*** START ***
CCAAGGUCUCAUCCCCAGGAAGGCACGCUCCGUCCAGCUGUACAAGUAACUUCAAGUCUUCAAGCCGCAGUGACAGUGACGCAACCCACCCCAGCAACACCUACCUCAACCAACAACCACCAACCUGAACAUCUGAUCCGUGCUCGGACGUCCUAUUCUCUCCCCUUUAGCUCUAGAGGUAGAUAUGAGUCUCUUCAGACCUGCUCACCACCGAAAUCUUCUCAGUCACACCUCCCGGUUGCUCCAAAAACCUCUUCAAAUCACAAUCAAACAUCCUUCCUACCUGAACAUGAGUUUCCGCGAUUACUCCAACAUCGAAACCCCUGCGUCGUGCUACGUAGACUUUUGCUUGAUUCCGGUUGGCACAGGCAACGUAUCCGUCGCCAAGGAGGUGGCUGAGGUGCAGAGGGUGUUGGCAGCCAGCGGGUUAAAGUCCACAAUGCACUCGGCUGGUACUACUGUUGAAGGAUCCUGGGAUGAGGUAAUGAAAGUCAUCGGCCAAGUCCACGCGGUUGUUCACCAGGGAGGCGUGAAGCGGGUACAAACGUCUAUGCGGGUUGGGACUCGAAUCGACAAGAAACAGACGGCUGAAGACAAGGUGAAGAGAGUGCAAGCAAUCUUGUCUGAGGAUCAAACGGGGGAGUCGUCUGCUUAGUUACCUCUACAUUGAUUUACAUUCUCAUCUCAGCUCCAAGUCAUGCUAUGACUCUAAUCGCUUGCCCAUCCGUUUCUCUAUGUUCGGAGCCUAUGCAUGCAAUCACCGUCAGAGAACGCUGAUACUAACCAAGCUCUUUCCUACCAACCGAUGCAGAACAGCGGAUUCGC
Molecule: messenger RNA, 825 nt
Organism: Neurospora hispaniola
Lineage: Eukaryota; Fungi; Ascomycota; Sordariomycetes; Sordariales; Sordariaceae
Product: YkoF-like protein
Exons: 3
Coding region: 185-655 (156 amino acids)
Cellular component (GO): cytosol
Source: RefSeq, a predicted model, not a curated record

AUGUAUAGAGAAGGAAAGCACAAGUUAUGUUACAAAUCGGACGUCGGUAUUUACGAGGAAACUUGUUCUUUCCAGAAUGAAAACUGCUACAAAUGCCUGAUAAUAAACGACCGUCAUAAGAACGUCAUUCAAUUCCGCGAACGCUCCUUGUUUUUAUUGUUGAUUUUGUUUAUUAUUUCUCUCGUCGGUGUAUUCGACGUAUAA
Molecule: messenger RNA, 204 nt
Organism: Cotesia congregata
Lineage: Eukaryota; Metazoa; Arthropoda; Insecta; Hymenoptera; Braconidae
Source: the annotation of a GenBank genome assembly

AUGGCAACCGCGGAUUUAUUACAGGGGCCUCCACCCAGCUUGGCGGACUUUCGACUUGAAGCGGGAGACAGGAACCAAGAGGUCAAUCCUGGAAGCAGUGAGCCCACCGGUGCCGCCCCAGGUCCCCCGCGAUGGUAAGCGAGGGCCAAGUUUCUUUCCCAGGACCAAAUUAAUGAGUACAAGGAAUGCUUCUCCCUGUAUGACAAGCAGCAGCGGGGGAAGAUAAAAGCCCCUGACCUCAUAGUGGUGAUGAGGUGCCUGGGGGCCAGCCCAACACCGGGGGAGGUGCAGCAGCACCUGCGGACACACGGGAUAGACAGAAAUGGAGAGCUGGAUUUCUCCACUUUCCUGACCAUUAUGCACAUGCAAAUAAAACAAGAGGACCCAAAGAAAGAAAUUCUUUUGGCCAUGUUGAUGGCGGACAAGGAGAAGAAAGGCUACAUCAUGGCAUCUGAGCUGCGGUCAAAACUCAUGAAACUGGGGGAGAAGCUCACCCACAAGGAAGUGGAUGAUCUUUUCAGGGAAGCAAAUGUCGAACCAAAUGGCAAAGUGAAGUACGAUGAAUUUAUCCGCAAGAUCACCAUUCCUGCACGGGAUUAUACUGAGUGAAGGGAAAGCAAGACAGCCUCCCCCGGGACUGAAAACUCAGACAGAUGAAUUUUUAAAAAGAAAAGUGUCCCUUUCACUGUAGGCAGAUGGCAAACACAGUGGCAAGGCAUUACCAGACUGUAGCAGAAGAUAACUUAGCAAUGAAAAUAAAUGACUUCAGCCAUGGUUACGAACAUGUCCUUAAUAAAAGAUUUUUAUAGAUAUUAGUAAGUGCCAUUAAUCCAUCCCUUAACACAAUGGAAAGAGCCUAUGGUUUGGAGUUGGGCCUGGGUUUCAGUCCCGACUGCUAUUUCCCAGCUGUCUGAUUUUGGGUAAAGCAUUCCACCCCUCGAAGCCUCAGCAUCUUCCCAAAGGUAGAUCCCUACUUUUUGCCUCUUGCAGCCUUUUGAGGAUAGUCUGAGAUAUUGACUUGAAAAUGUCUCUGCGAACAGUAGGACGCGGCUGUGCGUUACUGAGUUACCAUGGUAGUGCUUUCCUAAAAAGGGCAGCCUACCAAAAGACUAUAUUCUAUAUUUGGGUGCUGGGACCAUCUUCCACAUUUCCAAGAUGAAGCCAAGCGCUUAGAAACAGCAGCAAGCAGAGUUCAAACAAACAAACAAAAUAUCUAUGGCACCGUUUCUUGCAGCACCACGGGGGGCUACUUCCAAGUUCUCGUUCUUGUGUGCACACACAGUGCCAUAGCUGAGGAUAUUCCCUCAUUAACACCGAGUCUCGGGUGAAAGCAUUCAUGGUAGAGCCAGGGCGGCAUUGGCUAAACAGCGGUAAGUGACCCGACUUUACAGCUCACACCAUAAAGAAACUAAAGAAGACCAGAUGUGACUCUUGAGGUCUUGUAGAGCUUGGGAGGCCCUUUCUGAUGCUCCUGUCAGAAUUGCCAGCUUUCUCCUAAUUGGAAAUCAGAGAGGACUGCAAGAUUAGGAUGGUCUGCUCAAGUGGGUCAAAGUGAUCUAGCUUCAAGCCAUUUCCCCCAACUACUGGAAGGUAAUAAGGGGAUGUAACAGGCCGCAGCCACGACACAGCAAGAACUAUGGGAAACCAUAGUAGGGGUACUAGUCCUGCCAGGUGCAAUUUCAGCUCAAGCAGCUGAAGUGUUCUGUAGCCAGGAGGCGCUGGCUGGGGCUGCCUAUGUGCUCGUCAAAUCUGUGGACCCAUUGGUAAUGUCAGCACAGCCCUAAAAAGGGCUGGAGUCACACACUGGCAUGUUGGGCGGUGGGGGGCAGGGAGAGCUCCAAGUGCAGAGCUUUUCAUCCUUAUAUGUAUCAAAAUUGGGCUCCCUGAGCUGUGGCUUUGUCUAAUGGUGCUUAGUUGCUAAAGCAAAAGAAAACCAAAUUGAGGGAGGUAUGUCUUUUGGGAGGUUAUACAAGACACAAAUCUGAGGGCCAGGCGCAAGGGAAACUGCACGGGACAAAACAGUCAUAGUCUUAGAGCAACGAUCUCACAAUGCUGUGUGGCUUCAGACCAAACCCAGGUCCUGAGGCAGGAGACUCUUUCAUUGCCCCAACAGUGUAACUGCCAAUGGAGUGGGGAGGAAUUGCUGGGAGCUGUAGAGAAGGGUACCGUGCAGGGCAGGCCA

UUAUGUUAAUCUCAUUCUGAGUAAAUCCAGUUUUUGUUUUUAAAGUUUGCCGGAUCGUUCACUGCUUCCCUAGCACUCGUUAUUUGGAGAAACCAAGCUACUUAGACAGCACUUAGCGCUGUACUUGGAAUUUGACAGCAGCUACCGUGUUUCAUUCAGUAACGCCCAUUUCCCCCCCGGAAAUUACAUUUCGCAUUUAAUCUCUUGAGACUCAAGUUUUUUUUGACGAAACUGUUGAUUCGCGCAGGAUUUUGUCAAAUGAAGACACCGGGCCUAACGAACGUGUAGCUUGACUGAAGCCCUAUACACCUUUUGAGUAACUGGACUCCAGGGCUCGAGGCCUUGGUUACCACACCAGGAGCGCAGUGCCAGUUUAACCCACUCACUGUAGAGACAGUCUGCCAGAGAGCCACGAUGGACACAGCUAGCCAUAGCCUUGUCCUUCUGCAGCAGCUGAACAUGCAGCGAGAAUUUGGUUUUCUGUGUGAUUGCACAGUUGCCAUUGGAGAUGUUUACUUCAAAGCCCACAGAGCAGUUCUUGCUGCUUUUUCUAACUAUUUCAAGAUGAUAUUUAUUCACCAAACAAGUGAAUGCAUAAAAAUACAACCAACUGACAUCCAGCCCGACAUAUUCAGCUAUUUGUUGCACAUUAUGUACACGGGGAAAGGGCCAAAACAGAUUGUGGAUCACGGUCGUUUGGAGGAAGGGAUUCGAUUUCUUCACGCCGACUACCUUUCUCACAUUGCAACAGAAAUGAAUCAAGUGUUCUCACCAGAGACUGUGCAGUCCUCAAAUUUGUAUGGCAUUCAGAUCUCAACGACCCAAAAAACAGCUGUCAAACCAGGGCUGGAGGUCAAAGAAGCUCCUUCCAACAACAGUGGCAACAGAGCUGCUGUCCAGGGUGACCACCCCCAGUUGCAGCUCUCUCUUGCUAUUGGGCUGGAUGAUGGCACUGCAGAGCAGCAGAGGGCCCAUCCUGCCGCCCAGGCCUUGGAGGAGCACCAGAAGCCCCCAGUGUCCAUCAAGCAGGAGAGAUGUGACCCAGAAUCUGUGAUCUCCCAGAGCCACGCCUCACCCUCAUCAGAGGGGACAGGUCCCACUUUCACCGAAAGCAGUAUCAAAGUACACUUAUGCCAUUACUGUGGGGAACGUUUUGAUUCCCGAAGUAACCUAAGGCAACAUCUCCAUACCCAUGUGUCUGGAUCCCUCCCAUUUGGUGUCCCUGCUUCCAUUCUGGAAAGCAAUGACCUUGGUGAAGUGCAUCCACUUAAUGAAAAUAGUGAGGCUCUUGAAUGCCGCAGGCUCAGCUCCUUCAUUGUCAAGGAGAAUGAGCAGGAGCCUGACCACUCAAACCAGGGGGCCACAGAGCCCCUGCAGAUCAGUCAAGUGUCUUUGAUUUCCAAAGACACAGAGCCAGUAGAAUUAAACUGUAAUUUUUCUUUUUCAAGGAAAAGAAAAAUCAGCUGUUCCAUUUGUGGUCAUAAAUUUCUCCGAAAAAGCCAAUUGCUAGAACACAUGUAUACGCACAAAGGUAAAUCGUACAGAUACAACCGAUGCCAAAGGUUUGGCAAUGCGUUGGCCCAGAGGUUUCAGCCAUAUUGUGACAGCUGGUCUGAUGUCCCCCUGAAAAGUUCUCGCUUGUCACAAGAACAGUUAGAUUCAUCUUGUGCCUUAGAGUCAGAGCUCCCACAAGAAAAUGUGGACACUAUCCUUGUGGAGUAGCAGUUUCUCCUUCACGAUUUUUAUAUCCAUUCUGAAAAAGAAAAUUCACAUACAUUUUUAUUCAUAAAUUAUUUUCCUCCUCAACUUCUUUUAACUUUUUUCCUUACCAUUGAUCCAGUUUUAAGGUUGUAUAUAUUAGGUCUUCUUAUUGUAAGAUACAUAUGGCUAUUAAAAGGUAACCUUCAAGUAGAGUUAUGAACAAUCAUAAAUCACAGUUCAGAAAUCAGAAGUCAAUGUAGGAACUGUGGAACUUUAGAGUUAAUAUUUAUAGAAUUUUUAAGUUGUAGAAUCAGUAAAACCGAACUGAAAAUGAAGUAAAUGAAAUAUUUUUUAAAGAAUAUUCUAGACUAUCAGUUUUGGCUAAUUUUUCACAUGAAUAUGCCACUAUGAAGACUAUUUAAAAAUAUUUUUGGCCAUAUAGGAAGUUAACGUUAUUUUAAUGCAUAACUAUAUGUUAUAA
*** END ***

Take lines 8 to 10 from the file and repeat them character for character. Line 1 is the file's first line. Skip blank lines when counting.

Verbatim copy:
Cellular component (GO): cytosol
Source: RefSeq, a predicted model, not a curated record

AUGUAUAGAGAAGGAAAGCACAAGUUAUGUUACAAAUCGGACGUCGGUAUUUACGAGGAAACUUGUUCUUUCCAGAAUGAAAACUGCUACAAAUGCCUGAUAAUAAACGACCGUCAUAAGAACGUCAUUCAAUUCCGCGAACGCUCCUUGUUUUUAUUGUUGAUUUUGUUUAUUAUUUCUCUCGUCGGUGUAUUCGACGUAUAA